Thanks to Gillian Bergmann, OHBA student extraordinaire, for a suite of posts related to Peter Kopp’s new book Hoptopia: A World of Agriculture and Beer in Oregon’s Willamette Valley.
What’s new on the Brewstorian blog? Posts related to Peter Kopp’s Hoptopia: A World of Agriculture and Beer in Oregon’s Willamette Valley.
“As individuals who believe that the only security for America lies in world peace, we wish to ask you why at present the United States is sending its Army, Navy and Air Force to bring death and bloodshed to South Vietnam, a small Asian country approximately 10,000 miles from our Pacific Coast.”
-“An Open Letter to President John F. Kennedy Against U.S. Military Intervention in South Vietnam,” April 11, 1962.
In spring 1962, Linus Pauling was in communication with Corliss Lamont, a philosopher and the director of the American Civil Liberties Union, who was organizing an open letter to President Kennedy (which Pauling ultimately signed) opposing military action in Vietnam. Lamont had written to Pauling share the details of his own correspondence with McGeorge Bundy, the U.S. National Security Advisor. Bundy was highly critical of Lamont’s open letter and had provided documents intended to both enlighten Lamont and dissuade him from taking a strong stance against the U.S. position.
[Ed Note: This is part 2 of 7 in our series focusing on Linus Pauling’s activism against the Vietnam War. This is also the 600th post to be released on the Pauling Blog. We thank you for your continued readership.]
Last week the Oregon State Queer Archives hosted its first ever crafting event as part of OSU’s Queer History Month celebrations. We supplied attendees with copies of archival materials, including images from the Pride Center records, old event flyers, After 8 materials, and of course, glitter! One of the main goals of this event was to use archival materials as a way to imagine queer futures, particularly as they pertain to OSU and the surrounding community. Some absolutely fabulous art was created, and many of the artists generously donated their pieces to OSQA.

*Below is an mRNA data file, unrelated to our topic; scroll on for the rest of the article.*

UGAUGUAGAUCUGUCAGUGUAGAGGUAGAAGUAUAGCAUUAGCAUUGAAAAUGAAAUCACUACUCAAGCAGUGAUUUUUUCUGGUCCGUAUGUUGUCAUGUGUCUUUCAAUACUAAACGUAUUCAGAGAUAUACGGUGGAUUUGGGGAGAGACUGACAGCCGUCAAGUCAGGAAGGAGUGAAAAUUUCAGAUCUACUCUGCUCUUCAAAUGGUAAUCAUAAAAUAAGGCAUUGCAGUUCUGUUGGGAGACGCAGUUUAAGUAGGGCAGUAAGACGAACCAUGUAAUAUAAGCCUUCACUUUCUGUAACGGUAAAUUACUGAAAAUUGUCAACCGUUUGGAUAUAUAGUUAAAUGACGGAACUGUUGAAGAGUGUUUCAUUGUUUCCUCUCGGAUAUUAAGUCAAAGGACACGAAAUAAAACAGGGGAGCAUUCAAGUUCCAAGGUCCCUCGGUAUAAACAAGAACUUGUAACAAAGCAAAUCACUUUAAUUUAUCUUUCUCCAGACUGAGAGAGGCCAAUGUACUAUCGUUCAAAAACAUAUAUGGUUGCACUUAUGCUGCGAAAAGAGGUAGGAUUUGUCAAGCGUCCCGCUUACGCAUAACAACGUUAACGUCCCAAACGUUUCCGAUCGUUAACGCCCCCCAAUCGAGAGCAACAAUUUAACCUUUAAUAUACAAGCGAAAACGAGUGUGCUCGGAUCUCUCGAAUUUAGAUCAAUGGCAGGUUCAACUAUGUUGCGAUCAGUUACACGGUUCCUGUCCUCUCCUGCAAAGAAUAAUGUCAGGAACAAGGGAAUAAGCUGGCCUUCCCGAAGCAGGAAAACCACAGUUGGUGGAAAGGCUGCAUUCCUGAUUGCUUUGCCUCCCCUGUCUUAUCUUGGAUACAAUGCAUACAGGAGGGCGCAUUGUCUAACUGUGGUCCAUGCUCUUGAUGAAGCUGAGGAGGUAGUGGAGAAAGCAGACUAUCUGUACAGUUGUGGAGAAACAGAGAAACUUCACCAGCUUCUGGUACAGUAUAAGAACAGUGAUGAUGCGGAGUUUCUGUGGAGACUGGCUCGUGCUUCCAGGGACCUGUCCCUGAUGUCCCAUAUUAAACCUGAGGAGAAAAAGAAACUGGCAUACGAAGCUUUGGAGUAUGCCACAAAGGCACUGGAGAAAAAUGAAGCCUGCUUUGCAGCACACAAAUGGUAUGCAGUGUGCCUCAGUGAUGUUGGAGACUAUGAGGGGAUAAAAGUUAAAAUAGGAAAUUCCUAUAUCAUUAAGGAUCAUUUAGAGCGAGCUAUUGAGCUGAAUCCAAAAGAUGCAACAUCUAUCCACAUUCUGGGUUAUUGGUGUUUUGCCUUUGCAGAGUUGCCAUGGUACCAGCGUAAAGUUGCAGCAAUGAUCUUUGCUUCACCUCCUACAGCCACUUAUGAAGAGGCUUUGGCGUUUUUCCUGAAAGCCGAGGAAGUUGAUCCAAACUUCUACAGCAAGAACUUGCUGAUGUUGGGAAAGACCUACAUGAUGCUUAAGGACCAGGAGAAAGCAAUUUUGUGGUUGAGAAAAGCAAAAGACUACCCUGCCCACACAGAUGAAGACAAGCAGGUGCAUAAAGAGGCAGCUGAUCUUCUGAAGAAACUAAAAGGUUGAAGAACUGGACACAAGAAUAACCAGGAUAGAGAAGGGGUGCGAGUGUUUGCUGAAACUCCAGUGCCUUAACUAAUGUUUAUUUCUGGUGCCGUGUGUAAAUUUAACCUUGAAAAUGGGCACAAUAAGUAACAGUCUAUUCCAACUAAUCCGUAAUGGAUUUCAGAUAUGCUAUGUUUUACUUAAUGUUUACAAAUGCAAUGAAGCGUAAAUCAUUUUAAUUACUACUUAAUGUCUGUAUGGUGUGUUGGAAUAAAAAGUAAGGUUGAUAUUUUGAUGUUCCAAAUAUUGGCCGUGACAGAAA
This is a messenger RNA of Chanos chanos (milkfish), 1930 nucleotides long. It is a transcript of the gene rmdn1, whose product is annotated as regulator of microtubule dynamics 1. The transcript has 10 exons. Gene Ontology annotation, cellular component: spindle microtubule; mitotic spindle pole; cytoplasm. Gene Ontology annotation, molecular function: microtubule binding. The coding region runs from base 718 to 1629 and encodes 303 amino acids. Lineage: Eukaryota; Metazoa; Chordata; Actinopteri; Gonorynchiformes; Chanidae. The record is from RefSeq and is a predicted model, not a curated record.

“Our present object is not to apportion blame among the groups of combatants. The one imperative is that this crime against all that is civilized in the family of man shall cease.”
-“An Appeal by Recipients of the Nobel Peace Prize,” 1965
On the 27th of April, 1965, Father Georges Dominique Pire wrote a letter to all of his fellow Nobel Peace Prize recipients from Aberdeen, Scotland. The letter intended to rally this group in opposition to the Vietnam War. At the time, public opinion in the United States overwhelmingly supported the recent deployment of troops to Vietnam, as ordered by President Lyndoncommitment would be increased by December, bringing the total number of U.S. military personnel in Vietnam to nearly 200,000.
Linus Pauling, who had been awarded the Peace Prize in December 1963 for his work ushering in a partial nuclear test ban treaty, read Pire’s letter with a heavy heart. Pauling had received notification of his award just as President John F. Kennedy began to increase American involvement in Southeast Asia, and only a month later the President was assassinated. This series of events paved the way for a new Commander in Chief, Lyndon Johnson, to further expand the American presence in the region.
“Poetic Dendrochronology and Human/Tree Portraiture in Historical Photographs from the PNW,” Melody Owen’s Resident Scholar talk
Melody Owen, an artist from the Portland area, is the 22nd individual to complete a term as Resident Scholar in the Oregon State University Libraries Special Collections and Archives Research Center (SCARC). The Resident Scholar program, which was established in 2008, awards stipends of up to $2,500 for a month’s study in the OSU Libraries. Previous scholars have included historians, librarians, graduate, doctoral, or post-doctoral students as well as independent scholars.
Owen, whose art often focuses on the fragile state and crucial importance of the earth’s ecosystems, made use of SCARC’s large collection of Pacific Northwest materials. Her research was concentrated on the many collections consisting of materials assembled by the Forest Service sociologist and historian Gerald W. Williams. Working on a continuation of a previous project, Time is a Tree, Owen sought out photographs, postcards, and prints that related humans and trees.
In her Resident Scholar lecture, titled “Poetic Dendrochronology and Human/Tree Portraiture in Historical Photographs from the PNW,” Owen discussed the relationship humans have with trees through the lens of historic photos. Using images from the late 19th and early 20th centuries in which a person or people stand next to a tree, she examined the inclination of humans to take pictures with trees for as long as cameras have existed, and discussed their reasons for doing so.
Owen’s presentation was split into three main themes, which she titled “Time is a Tree,” “Tree Rings,” and “Direction of the Road.” The first theme was dedicated mainly to human/tree portraiture; that is, photographs in which a person or people stand next to a live tree. The next theme focused on photos that showed people next to cross-sections of tree trunks, stumps, and images with loggers. The last consisted of photographs that included roads that had been created to grant public to access the forests.